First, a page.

Thunderbolt started in 2011 thanks to the collaboration between Intel and Apple
The Thunderbolt interface began development in 2009, in collaboration with Intel and Apple. First released on computers in February 2011, the first Thunderbolt 1 and 2 connectors used the Mini DisplayPort as a connector. With Thunderbolt 3 the leap was made USB C, which is the one that uses the standard and the one that Thunderbolt 4 also uses.
This connector is one of the fastest available today thanks to combine PCI Express and DisplayPort in two signals that it then “separates” at the destination, while offering energy. As a result, multiple peripherals can be connected to one connector without any performance or Energy, and can be used to transmit data (with ethernet accessories), video signals (monitors or even external graphics cards) or as a charger.
This versatility led Apple to dispense with even any other type of connector on its MacBooks, in such a way that it was not necessary to have HDMI, Ethernet, USB A or charging ports, all of which can be achieved with external adapters.
During its first four years of life, practically only Apple was encouraged to include Thunderbolt ports in their computers, where only a few PC motherboards included Thunderbolt 2. However, everything changed in 2015, since that year computers started to equip Thunderbolt 3 ports, since they already included USB C connectors, and it was not too complicated to use the Thunderbolt 3 interface in them.
This change to USB C was very successful, as more and more laptops and desktops include compatible ports. Its presence in our computers will be increasingly greater thanks to the fact that Intel released the interface specification, allowing the USB-IF implement the technical advantages in USB4. That new standard basically Thunderbolt 3 but compatible for everyone without needing to have an Intel processor.
From Thunderbolt 1 to Thunderbolt 4: breakneck speeds
With the change of Thunderbolt 3 to USB C, the speeds increased to 40 Gbps (5 GB / s), doubling the speed with respect to the previous standard. Up to 4 PCIe 3.0 lines, 8 DisplayPort 1.2 lines and USB 3.1 up to 10 Gbps were also allowed. Support is also added for two 4K 60Hz monitors, or one 5K 60Hz monitor. It became available on Intel Skylake processors and later.
Thunderbolt 4, announced in 2020, improves upon Thunderbolt 3 in quite a few ways. Its first implementations will be available on computers with Intel’s 10nm Tiger Lake processors. The speed of the connectors with this interface is maintained at 40 Gbps, which is still a fairly high speed and with improvements in how the bandwidth is distributed. It also doubles the bandwidth of the PCIe ports, going from 16 to 32 Gbps, so they can be used two 4K 60 Hz displays on one connector, or a 8K monitor, and enjoy speeds of up to 3GB / s.
New longer cables
As we see in the table, the universality of being the only available port on a computer is maintained, just as Apple did with Thunderbolt 3 on one of its computers. However, now we have as a novelty that cables can be up to 2 meters long to reach 40 Gbps of speed. The cables will be 20 cm, 80 cm and 2 meters, and there are plans for future cables of 5 and up to 50 meters, which will use optical cables instead of copper. Thanks to this, we will avoid the limitations of current cables of only 80 cm. In addition, we can connect accessories with up to four Thunderbolt ports, and USB4 compatibility will become mandatory instead of optional as before.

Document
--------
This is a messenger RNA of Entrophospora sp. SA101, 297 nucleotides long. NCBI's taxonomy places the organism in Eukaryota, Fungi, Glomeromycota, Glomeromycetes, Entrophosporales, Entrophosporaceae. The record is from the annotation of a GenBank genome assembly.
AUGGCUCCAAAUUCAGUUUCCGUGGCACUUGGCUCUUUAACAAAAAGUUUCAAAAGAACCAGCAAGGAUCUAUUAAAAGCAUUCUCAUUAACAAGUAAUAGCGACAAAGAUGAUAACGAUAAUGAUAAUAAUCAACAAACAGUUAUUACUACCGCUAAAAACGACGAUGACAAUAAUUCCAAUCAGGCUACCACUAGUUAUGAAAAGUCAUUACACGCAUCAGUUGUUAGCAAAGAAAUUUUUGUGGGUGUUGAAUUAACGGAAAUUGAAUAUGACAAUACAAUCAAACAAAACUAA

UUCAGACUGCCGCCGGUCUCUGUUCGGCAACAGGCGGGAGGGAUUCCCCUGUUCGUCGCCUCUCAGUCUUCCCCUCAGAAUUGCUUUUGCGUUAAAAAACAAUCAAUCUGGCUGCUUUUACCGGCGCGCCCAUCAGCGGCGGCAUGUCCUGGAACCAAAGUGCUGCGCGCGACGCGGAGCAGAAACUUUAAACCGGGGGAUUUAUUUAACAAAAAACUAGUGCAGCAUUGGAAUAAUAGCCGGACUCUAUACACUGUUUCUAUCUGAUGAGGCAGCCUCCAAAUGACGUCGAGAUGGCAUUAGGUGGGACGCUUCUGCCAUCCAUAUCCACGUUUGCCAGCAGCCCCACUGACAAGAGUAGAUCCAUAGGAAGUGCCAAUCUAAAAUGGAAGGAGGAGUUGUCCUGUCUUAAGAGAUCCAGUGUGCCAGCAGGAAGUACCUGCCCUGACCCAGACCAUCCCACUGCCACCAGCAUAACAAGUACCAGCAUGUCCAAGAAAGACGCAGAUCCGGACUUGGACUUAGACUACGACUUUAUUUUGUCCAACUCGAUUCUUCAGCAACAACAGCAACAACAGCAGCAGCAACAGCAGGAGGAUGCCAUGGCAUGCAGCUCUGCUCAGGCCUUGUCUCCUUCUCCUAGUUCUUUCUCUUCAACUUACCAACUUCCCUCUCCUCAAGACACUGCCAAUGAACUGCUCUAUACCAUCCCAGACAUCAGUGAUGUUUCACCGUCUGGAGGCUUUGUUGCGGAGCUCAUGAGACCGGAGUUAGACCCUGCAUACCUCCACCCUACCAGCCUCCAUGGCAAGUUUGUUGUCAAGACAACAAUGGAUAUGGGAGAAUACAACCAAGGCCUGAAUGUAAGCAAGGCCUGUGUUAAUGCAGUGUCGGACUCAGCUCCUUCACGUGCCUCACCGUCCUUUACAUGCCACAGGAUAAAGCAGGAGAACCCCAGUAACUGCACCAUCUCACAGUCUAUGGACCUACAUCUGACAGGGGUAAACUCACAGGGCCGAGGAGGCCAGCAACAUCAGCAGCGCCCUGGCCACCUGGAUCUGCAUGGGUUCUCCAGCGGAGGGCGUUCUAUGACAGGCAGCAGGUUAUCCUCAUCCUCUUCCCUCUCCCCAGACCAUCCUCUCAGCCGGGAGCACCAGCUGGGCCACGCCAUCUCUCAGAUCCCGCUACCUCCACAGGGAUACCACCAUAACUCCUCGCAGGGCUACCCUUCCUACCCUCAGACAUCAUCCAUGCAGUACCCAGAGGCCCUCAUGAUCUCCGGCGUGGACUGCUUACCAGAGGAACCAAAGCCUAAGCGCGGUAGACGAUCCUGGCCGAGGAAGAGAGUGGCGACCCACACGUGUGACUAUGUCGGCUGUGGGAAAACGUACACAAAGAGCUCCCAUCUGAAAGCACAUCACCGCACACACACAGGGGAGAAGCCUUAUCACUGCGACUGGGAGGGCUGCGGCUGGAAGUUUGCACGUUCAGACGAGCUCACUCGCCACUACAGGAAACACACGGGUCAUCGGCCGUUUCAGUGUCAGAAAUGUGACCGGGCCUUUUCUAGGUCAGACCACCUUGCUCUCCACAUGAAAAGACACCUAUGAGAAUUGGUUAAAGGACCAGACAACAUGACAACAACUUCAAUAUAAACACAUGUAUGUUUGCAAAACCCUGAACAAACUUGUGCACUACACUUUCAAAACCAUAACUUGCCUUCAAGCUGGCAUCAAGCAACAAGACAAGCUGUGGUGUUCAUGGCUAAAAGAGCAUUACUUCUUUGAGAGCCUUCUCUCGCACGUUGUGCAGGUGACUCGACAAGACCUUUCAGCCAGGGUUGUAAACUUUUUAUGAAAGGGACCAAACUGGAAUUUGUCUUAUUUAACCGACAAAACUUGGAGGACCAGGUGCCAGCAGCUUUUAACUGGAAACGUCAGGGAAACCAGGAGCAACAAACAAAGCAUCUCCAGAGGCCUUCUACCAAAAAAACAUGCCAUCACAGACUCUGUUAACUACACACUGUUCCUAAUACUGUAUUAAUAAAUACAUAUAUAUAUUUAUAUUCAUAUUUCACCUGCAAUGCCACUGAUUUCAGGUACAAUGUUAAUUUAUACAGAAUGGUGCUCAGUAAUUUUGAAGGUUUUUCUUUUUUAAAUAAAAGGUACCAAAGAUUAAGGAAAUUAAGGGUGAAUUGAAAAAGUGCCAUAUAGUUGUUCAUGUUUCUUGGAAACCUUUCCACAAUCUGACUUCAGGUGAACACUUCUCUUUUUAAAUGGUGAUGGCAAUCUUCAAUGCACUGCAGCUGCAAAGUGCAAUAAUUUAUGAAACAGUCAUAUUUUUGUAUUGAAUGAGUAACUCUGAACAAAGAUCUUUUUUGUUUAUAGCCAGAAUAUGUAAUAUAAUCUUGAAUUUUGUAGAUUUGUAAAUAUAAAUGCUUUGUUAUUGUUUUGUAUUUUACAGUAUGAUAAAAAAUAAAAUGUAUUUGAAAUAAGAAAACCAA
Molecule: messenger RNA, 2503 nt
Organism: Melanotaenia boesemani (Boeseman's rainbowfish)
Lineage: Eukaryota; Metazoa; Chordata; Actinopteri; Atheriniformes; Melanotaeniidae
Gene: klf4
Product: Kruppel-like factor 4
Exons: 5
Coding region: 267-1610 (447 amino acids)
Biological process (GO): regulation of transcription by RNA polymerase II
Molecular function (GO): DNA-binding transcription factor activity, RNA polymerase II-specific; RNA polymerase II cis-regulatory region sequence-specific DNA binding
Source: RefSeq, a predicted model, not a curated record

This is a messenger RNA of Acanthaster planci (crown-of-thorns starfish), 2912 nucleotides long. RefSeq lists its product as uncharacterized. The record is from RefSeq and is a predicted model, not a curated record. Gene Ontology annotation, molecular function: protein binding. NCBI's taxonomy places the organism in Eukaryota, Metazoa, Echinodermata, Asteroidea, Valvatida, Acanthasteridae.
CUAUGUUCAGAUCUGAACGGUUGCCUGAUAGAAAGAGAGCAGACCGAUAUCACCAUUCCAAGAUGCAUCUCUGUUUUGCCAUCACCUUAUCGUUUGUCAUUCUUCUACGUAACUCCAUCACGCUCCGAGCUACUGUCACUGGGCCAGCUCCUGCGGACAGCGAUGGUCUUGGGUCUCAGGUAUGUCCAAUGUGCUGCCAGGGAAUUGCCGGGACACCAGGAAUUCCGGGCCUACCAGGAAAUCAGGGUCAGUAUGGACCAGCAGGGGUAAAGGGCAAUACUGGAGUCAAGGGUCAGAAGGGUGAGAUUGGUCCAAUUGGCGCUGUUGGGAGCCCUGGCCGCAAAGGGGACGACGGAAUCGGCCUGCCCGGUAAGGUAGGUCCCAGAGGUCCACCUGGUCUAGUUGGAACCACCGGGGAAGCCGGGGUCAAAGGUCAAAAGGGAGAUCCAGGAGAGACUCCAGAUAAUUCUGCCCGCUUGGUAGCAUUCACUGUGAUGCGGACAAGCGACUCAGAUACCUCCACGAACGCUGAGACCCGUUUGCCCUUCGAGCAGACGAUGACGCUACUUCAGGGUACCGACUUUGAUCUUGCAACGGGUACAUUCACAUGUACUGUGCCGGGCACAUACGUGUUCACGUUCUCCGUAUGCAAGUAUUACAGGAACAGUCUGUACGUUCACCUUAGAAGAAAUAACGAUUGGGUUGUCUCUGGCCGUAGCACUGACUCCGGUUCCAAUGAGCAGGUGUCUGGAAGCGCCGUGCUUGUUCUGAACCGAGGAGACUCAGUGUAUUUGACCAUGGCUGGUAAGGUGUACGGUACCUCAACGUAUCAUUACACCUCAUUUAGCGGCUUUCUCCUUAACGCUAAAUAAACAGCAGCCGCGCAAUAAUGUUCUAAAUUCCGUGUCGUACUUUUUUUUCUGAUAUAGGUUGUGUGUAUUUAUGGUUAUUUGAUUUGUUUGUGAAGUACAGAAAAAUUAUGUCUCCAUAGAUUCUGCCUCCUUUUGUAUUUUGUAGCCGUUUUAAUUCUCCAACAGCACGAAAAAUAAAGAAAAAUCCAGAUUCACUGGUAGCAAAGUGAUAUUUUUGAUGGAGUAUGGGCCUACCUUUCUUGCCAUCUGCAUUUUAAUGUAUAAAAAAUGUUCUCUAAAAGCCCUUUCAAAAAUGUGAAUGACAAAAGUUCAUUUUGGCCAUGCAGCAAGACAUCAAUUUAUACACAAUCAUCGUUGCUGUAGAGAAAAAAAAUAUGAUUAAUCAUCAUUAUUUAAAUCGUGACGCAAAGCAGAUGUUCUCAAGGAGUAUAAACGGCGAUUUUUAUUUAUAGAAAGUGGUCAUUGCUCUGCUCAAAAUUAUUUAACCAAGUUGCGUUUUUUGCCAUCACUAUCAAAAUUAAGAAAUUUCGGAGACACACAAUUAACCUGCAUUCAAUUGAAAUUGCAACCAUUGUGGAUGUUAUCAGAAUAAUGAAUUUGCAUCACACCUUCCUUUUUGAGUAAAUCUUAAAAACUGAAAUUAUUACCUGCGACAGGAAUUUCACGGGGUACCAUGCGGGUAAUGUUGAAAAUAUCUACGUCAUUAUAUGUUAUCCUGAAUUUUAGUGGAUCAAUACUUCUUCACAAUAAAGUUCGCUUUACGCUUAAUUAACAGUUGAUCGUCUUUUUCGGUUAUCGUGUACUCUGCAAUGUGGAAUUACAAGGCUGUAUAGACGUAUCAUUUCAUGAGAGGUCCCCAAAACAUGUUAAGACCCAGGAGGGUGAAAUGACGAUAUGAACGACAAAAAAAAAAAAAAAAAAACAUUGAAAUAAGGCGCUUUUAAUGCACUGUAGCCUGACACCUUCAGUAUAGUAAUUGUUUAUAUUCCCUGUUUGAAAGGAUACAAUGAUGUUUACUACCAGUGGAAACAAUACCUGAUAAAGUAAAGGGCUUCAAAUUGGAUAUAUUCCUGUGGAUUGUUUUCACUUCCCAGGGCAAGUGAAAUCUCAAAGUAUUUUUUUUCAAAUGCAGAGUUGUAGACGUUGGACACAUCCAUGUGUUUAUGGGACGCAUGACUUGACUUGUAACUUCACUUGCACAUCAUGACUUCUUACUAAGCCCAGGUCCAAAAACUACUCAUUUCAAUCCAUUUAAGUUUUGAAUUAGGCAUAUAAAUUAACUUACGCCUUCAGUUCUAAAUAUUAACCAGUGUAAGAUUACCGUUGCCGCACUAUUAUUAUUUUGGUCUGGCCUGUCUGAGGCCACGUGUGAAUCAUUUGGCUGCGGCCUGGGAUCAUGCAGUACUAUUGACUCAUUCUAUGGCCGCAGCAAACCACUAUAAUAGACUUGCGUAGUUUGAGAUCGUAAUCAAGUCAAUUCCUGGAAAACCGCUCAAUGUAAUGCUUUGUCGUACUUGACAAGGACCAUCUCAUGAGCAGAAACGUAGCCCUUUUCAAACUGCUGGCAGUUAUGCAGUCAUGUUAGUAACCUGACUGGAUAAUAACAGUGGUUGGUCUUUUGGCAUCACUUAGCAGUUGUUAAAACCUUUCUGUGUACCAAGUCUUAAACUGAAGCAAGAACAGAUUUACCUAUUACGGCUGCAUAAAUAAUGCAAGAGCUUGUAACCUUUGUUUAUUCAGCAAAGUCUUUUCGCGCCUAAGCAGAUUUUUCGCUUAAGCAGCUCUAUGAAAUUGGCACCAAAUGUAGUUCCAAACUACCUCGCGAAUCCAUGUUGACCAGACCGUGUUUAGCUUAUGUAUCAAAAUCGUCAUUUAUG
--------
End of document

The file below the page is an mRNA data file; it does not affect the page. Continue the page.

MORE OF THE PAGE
All cables and devices will have to receive official Intel certification to have the connector, so all cables and connectors offer the same experience and reliability in all cases. Manufacturers will pay a one-time fee for the logo and brand, but will not have to pay to implement. Cable manufacturers themselves will receive increased scrutiny to see that minimum quality standards are met. Of course, the logo will remain the same, so it can be difficult to distinguish between connectors.
In terms of energy, all computers that include Thunderbolt 4 they will have to be able to use one of those ports to charge, as long as that computer is a laptop and has a charging power less than 100 watts. In addition, the computer must be able to wake up from sleep mode using a keyboard or mouse connected to the Thunderbolt connector.
At the security level, Intel requires all manufacturers to include the direct memory access system Intel VT-d to protect computers from DMA attacks, which have shown in 2019 and 2020 that Thunderbolt connectors are not secure because they allowed a hacker to access items currently stored in memory. The first computers with Thunderbolt 3 will be available from the end of 2020, including computers within Project Athena 2.0, which will have to have one of these connectors.
With Thunderbolt 3, reaching 32 Gbps in PCIe 3.0 was optional, as was USB4 compatibility or mandatory charging support. Therefore, making a new computer with Thunderbolt 3 compatible with Thunderbolt 4 will be quite simple for manufacturers because there will be no major changes at the design level.
In short, with Thunderbolt 4 we will have safer and more versatile computers. This connector has brought many benefits to computers since the last decade, and hopefully it will continue to do so for years to come. On AMD compatibility, Intel has not given details, and although Thunderbolt 3 is compatible, there are hardly any AMD boards or laptops compatible. Also, if VT-d is a required requirement to receive certification, AMD has a hard time getting it.